What is interesting in the text read above is that Jesus considers the doubt of Thomas ‘important’ and therefore appears to him not in private, but in front of those he expressed his doubt. He did not come down with fire of retribution and sword of anger for the lack of faith. The first words he said to Thomas were “Peace be with you.” Jesus then asked him to put his fingers in His hands, to touch His wounds. What is most significant about the body of Jesus Christ after resurrection? It is not a flawless Fair and Lovely body. It still has wounds of crucifixion. The resurrected body does not make us forget the cross. The wounds on Jesus’ body still points to the Cross. “There is no resurrection without the Cross.” The most fascinating aspect of this narrative is that“Jesus through His wounds heals the wounds of Thomas.” Jesus uses his brokenness to give Thomas the comfort and commission of Resurrection. In the Holy Communion, the Priest breaks the bread that symbolizes the broken body of Jesus. I always wondered, why even after resurrection the broken body of Jesus was remembered. The narrative of Thomas is an answer. The Resurrected body is a wounded and broken body that has space for our wounds and doubts. According to the Mar Thoma liturgy, before administering the Bread the priest says “The Holy Body of our Lord Jesus Christ, broken on the Cross for the forgiveness of sins, is given to you for the health of the body and soul.” When one goes to the Lord’s table weary and burdened with doubts and confusions, the broken bread is a reminder of the broken body of Christ that has resurrected and triumphed over all the odds in life. But, because of the routine hearing of these verses and ritual practice of receiving bread and wine, the profound meaning and application of Communion is lost. So may I urge you to meaningfully participate at the Lord’s Table understanding that God can accommodate you, in spite of your failings, struggles, doubts and confusions.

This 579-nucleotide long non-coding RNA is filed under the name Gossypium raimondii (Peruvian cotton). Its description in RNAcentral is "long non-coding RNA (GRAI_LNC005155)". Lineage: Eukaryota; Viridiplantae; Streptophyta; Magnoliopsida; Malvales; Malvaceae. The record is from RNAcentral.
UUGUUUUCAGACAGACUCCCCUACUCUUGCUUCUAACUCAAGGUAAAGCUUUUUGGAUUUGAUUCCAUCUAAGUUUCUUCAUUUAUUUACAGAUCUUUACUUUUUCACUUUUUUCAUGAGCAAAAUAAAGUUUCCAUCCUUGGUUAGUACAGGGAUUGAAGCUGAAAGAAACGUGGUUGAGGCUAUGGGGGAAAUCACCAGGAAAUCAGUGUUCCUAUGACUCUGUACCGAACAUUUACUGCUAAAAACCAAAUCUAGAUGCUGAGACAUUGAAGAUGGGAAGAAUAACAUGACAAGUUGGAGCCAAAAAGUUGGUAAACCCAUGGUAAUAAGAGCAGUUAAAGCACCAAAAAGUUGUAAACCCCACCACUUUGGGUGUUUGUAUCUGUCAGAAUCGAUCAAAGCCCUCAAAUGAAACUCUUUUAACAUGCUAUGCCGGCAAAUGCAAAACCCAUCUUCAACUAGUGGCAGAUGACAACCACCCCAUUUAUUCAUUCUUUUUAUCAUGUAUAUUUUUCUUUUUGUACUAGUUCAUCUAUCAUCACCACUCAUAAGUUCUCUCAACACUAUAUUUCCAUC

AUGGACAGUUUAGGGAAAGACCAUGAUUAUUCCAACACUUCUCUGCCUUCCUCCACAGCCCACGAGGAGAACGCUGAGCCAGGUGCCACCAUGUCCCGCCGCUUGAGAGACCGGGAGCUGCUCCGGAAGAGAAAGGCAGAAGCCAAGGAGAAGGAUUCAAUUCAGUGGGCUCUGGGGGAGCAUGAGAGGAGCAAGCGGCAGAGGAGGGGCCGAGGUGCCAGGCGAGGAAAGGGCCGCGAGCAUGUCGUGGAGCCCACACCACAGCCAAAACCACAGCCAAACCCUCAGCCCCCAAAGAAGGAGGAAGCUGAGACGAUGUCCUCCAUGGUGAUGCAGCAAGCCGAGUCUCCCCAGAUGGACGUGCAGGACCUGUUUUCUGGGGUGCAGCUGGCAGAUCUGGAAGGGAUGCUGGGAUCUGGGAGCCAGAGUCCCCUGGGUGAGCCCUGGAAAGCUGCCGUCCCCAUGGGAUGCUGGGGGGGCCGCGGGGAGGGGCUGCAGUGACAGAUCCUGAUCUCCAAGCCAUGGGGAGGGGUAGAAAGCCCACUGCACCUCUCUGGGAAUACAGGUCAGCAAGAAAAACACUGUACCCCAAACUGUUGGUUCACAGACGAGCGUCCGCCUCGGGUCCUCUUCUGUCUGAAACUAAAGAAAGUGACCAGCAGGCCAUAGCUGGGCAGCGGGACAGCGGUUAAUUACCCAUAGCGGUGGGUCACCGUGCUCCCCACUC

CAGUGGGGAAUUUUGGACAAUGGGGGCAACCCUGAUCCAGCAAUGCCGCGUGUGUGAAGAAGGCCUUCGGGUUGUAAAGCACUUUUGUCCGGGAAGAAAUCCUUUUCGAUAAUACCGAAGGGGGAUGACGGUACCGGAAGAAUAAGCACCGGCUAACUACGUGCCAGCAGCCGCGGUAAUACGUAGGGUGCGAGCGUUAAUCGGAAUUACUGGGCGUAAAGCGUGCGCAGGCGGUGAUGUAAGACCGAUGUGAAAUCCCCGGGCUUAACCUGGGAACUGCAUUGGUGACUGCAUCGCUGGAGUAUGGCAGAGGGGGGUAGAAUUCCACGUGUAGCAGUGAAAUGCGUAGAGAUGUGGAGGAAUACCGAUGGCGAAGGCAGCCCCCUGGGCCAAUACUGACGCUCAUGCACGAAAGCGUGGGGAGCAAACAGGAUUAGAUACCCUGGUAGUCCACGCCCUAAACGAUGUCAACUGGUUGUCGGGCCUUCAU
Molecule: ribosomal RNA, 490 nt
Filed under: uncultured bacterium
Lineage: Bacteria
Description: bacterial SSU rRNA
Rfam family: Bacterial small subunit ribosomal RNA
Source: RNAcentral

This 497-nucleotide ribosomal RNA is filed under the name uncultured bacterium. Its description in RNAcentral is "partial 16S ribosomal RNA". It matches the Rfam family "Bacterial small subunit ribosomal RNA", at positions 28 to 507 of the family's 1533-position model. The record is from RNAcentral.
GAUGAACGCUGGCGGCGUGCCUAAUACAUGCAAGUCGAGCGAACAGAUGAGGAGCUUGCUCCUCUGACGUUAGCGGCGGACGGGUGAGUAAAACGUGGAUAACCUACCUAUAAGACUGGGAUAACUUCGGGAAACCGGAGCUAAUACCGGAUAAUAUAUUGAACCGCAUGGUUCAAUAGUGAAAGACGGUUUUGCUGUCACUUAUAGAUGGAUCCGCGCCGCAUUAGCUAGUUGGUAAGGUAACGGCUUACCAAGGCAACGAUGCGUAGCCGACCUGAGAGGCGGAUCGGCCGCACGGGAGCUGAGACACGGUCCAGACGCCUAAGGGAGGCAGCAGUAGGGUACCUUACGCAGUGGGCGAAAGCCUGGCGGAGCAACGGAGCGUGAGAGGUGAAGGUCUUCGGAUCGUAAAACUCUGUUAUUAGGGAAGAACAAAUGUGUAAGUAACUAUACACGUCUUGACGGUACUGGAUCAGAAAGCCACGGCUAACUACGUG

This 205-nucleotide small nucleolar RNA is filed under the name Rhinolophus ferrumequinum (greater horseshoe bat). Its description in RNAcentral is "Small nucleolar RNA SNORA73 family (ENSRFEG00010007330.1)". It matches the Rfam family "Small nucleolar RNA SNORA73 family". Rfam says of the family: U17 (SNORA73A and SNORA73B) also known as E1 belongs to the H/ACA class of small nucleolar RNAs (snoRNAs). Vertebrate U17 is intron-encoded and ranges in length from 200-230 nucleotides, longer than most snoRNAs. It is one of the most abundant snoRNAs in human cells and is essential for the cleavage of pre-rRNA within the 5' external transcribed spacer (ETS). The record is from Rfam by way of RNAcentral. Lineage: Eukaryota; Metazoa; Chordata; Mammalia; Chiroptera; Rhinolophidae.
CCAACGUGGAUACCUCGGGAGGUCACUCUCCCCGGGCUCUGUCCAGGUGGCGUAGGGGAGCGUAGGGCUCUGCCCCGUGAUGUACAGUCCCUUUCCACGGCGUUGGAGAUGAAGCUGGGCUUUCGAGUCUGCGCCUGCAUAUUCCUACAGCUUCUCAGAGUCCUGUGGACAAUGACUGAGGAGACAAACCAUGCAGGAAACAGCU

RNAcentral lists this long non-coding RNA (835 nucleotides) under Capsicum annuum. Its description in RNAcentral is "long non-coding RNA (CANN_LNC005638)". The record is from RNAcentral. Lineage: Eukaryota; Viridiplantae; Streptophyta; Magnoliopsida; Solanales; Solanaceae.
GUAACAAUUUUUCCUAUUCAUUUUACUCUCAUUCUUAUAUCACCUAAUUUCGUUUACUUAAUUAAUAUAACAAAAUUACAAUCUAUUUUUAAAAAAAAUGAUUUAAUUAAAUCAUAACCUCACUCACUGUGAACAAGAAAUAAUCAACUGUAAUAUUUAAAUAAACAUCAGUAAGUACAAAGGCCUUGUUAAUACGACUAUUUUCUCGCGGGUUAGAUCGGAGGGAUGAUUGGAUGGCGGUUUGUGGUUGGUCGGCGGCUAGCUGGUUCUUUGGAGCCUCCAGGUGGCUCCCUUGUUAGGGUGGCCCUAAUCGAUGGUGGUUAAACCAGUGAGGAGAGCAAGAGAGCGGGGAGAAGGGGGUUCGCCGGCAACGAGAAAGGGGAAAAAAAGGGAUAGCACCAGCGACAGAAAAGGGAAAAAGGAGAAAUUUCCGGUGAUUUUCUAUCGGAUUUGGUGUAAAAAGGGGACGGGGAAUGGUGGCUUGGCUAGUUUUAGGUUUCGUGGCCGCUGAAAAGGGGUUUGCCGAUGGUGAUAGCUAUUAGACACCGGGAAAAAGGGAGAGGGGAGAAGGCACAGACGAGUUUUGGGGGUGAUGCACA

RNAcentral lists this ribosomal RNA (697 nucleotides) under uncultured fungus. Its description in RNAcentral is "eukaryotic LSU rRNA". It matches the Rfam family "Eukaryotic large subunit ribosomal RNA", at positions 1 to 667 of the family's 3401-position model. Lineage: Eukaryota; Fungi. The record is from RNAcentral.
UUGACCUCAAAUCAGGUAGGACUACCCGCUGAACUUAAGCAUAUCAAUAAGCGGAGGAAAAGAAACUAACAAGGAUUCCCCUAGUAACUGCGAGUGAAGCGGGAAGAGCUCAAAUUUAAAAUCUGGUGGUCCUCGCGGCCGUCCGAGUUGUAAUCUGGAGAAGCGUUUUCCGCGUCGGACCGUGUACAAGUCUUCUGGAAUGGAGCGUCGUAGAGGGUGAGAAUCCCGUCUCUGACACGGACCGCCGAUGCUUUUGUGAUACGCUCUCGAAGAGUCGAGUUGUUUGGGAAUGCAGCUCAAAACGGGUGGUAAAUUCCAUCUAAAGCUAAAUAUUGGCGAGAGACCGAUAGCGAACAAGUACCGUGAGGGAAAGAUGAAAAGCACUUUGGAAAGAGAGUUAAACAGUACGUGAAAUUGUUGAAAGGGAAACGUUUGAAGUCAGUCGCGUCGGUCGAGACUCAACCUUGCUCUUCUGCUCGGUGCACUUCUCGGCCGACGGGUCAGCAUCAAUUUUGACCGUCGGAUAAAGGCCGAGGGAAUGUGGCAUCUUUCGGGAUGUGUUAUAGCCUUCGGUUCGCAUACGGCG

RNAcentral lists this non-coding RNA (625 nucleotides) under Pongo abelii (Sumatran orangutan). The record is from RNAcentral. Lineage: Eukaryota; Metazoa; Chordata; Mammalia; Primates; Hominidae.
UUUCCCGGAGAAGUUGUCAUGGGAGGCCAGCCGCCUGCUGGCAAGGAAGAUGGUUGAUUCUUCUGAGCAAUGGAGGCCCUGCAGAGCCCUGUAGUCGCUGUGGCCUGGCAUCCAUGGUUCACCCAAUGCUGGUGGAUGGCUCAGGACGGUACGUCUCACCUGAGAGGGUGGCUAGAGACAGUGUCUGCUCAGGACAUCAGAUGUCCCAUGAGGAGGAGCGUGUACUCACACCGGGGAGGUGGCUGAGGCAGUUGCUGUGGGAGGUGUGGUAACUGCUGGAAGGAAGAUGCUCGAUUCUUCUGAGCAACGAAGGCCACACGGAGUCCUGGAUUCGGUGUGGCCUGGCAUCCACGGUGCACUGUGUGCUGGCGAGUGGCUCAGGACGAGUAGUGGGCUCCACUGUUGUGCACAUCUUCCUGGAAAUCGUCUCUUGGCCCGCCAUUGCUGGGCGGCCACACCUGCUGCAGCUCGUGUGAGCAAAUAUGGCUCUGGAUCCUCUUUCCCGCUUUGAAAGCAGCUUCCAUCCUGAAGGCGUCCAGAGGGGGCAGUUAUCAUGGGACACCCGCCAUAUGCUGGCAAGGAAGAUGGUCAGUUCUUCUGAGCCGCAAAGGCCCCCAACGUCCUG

After Thomas was healed, he declared Christ as “My Lord and My God.” This is one of the biggest faith affirmations. The story of Thomas sums up our journey that starts with doubts, borders on denials but ends up with declaration of faith. From Emptiness of Doubt may God lead you to the Healing of your body and soul so as to be Witnesses for Him in declaration of faith through words and action.
Rev Merin Mathew
Mar Thoma Syrian Church,